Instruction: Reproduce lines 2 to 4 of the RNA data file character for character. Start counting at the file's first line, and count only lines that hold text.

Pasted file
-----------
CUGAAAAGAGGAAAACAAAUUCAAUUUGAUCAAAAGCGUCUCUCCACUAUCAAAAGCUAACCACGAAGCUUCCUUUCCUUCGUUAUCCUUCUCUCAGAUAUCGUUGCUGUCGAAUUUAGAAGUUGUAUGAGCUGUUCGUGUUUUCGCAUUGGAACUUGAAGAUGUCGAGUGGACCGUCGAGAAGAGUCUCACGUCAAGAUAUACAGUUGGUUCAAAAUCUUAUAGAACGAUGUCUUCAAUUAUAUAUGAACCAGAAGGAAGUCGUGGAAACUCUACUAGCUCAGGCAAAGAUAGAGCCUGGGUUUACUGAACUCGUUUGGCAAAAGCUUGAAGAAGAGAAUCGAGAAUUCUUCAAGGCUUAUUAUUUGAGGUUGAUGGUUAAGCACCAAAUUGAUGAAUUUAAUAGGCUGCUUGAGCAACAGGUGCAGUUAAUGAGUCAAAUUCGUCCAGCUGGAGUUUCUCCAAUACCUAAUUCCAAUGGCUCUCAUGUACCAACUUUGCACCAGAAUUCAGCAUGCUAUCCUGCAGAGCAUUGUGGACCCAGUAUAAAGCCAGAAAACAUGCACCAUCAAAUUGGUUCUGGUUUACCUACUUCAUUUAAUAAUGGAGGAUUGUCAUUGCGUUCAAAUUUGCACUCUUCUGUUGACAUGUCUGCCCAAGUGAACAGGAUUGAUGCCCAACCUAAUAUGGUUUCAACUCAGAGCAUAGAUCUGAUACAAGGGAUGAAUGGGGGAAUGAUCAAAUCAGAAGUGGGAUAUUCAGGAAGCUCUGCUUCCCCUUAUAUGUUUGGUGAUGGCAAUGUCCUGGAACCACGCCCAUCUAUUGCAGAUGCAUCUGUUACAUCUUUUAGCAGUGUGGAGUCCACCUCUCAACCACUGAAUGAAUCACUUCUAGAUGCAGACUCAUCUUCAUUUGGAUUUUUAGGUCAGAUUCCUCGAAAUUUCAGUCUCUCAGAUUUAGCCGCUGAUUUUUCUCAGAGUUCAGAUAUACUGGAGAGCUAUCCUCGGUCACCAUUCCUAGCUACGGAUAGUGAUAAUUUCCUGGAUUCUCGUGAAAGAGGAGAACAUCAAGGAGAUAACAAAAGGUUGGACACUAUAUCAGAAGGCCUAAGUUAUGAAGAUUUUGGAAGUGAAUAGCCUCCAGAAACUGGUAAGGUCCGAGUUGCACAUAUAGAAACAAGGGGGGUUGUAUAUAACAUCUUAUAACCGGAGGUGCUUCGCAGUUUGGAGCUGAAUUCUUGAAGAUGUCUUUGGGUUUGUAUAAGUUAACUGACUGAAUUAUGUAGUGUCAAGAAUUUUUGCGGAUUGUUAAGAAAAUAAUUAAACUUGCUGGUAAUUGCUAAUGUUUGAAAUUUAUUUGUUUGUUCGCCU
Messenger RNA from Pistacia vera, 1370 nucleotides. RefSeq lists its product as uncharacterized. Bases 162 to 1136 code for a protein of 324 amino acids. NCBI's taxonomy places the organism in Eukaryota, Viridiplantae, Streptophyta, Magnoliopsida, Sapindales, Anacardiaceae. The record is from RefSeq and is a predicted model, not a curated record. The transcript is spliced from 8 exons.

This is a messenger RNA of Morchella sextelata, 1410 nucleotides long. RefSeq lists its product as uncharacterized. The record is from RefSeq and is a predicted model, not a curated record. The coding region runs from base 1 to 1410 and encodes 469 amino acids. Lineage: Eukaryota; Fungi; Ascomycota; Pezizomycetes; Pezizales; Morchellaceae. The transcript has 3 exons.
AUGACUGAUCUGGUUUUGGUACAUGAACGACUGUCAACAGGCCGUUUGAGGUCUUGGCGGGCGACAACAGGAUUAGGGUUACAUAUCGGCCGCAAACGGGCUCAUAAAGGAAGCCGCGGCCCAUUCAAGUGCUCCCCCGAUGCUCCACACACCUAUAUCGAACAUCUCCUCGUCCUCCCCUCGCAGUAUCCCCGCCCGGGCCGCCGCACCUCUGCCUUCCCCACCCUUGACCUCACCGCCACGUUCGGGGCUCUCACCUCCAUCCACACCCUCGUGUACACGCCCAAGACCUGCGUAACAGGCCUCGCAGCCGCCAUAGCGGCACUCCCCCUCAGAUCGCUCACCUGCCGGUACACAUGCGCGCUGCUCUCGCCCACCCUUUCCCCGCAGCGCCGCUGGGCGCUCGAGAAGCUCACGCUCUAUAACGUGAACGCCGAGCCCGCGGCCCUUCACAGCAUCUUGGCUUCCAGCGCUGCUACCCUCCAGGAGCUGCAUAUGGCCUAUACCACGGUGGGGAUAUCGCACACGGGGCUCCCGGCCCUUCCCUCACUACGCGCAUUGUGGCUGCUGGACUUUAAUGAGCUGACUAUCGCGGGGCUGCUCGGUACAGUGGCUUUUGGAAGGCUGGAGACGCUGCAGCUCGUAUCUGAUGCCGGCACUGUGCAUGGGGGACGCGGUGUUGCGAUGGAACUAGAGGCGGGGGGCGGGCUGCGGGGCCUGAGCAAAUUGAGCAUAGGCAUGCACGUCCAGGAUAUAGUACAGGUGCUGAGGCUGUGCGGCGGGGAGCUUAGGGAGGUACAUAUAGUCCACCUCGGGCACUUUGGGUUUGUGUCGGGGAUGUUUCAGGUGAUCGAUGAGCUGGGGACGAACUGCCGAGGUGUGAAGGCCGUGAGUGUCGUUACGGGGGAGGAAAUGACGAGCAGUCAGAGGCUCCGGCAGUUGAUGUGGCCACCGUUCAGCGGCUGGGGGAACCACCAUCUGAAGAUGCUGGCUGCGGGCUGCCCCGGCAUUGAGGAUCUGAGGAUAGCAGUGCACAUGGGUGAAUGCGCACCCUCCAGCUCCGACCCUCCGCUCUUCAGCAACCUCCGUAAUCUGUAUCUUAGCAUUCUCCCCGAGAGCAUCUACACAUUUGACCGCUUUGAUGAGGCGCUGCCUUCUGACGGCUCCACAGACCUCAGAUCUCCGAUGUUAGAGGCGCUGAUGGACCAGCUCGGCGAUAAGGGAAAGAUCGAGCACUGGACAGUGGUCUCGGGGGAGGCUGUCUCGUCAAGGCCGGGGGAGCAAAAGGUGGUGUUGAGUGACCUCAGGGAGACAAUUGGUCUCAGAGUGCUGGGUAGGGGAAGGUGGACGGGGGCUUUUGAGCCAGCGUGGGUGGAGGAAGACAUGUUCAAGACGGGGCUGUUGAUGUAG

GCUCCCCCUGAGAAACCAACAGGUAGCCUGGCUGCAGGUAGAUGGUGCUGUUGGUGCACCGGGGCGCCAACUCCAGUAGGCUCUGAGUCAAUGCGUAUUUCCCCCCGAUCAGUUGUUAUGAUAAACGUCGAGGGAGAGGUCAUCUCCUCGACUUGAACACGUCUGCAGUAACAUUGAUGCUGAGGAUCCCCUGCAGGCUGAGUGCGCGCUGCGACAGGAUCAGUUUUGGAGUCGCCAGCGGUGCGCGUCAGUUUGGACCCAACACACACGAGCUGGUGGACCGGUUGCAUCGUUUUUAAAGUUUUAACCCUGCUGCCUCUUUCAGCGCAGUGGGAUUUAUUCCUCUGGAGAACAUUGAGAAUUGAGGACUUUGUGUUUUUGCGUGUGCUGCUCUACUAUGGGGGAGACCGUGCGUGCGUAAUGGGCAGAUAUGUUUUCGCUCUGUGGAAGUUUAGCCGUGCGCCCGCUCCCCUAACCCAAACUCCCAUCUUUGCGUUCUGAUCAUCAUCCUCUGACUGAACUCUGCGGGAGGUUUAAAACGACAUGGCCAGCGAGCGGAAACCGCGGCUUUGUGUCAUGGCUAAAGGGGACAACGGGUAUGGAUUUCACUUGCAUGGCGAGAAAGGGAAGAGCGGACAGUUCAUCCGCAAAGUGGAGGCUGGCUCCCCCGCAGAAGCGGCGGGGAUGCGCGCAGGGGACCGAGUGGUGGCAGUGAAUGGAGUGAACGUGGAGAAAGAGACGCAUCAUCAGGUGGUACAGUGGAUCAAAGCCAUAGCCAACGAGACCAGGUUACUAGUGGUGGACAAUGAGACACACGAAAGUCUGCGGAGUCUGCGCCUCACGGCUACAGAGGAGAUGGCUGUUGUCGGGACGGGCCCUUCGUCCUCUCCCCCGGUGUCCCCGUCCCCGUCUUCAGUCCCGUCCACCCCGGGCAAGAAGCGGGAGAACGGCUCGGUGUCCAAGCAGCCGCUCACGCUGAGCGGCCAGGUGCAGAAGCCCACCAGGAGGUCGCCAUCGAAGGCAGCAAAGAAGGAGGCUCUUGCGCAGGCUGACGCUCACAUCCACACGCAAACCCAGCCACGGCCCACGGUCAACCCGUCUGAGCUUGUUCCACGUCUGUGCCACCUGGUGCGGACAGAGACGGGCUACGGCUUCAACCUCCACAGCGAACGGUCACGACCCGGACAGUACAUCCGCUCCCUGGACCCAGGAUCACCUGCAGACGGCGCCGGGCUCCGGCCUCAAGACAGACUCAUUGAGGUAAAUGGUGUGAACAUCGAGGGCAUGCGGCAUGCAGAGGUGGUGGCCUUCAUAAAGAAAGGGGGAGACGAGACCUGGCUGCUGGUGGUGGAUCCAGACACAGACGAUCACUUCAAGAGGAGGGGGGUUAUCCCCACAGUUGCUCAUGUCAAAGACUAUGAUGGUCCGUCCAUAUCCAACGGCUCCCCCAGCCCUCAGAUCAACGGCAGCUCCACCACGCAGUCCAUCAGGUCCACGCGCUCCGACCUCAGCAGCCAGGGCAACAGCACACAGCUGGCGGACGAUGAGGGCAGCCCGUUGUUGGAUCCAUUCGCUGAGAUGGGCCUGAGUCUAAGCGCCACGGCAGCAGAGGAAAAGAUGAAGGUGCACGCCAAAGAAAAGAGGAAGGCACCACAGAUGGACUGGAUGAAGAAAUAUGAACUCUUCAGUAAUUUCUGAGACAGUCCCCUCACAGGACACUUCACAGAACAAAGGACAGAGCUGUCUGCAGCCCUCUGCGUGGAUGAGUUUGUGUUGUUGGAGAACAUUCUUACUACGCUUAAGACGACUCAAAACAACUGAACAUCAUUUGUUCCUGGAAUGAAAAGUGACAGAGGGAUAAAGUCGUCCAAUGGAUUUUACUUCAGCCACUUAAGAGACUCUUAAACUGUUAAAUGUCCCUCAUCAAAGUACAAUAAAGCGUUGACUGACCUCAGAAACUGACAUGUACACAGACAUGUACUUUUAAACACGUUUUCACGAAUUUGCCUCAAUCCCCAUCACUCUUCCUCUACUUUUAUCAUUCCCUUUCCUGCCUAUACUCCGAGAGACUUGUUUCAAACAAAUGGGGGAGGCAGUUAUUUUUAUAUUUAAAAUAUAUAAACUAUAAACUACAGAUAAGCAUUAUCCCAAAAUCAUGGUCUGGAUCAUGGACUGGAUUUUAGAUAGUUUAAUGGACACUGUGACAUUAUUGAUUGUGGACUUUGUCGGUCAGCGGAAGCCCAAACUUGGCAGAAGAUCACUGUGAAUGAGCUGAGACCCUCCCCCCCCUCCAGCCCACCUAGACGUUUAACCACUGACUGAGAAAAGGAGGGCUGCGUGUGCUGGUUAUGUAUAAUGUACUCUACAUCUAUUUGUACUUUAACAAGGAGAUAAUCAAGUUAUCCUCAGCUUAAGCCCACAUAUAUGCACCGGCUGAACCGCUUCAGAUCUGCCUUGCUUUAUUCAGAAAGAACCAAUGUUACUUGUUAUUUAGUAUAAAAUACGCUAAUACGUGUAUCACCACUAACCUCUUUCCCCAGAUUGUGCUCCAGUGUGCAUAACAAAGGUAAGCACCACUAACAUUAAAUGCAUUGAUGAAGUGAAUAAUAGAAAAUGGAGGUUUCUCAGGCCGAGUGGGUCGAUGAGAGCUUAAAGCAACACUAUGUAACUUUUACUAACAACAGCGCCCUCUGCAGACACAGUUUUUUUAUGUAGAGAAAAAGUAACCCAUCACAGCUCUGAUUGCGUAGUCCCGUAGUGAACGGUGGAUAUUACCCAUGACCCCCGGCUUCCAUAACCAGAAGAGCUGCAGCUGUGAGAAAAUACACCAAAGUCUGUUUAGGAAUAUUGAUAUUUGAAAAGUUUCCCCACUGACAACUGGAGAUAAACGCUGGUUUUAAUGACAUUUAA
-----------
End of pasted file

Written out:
Messenger RNA from Pistacia vera, 1370 nucleotides. RefSeq lists its product as uncharacterized. Bases 162 to 1136 code for a protein of 324 amino acids. NCBI's taxonomy places the organism in Eukaryota, Viridiplantae, Streptophyta, Magnoliopsida, Sapindales, Anacardiaceae. The record is from RefSeq and is a predicted model, not a curated record. The transcript is spliced from 8 exons.

This is a messenger RNA of Morchella sextelata, 1410 nucleotides long. RefSeq lists its product as uncharacterized. The record is from RefSeq and is a predicted model, not a curated record. The coding region runs from base 1 to 1410 and encodes 469 amino acids. Lineage: Eukaryota; Fungi; Ascomycota; Pezizomycetes; Pezizales; Morchellaceae. The transcript has 3 exons.
AUGACUGAUCUGGUUUUGGUACAUGAACGACUGUCAACAGGCCGUUUGAGGUCUUGGCGGGCGACAACAGGAUUAGGGUUACAUAUCGGCCGCAAACGGGCUCAUAAAGGAAGCCGCGGCCCAUUCAAGUGCUCCCCCGAUGCUCCACACACCUAUAUCGAACAUCUCCUCGUCCUCCCCUCGCAGUAUCCCCGCCCGGGCCGCCGCACCUCUGCCUUCCCCACCCUUGACCUCACCGCCACGUUCGGGGCUCUCACCUCCAUCCACACCCUCGUGUACACGCCCAAGACCUGCGUAACAGGCCUCGCAGCCGCCAUAGCGGCACUCCCCCUCAGAUCGCUCACCUGCCGGUACACAUGCGCGCUGCUCUCGCCCACCCUUUCCCCGCAGCGCCGCUGGGCGCUCGAGAAGCUCACGCUCUAUAACGUGAACGCCGAGCCCGCGGCCCUUCACAGCAUCUUGGCUUCCAGCGCUGCUACCCUCCAGGAGCUGCAUAUGGCCUAUACCACGGUGGGGAUAUCGCACACGGGGCUCCCGGCCCUUCCCUCACUACGCGCAUUGUGGCUGCUGGACUUUAAUGAGCUGACUAUCGCGGGGCUGCUCGGUACAGUGGCUUUUGGAAGGCUGGAGACGCUGCAGCUCGUAUCUGAUGCCGGCACUGUGCAUGGGGGACGCGGUGUUGCGAUGGAACUAGAGGCGGGGGGCGGGCUGCGGGGCCUGAGCAAAUUGAGCAUAGGCAUGCACGUCCAGGAUAUAGUACAGGUGCUGAGGCUGUGCGGCGGGGAGCUUAGGGAGGUACAUAUAGUCCACCUCGGGCACUUUGGGUUUGUGUCGGGGAUGUUUCAGGUGAUCGAUGAGCUGGGGACGAACUGCCGAGGUGUGAAGGCCGUGAGUGUCGUUACGGGGGAGGAAAUGACGAGCAGUCAGAGGCUCCGGCAGUUGAUGUGGCCACCGUUCAGCGGCUGGGGGAACCACCAUCUGAAGAUGCUGGCUGCGGGCUGCCCCGGCAUUGAGGAUCUGAGGAUAGCAGUGCACAUGGGUGAAUGCGCACCCUCCAGCUCCGACCCUCCGCUCUUCAGCAACCUCCGUAAUCUGUAUCUUAGCAUUCUCCCCGAGAGCAUCUACACAUUUGACCGCUUUGAUGAGGCGCUGCCUUCUGACGGCUCCACAGACCUCAGAUCUCCGAUGUUAGAGGCGCUGAUGGACCAGCUCGGCGAUAAGGGAAAGAUCGAGCACUGGACAGUGGUCUCGGGGGAGGCUGUCUCGUCAAGGCCGGGGGAGCAAAAGGUGGUGUUGAGUGACCUCAGGGAGACAAUUGGUCUCAGAGUGCUGGGUAGGGGAAGGUGGACGGGGGCUUUUGAGCCAGCGUGGGUGGAGGAAGACAUGUUCAAGACGGGGCUGUUGAUGUAG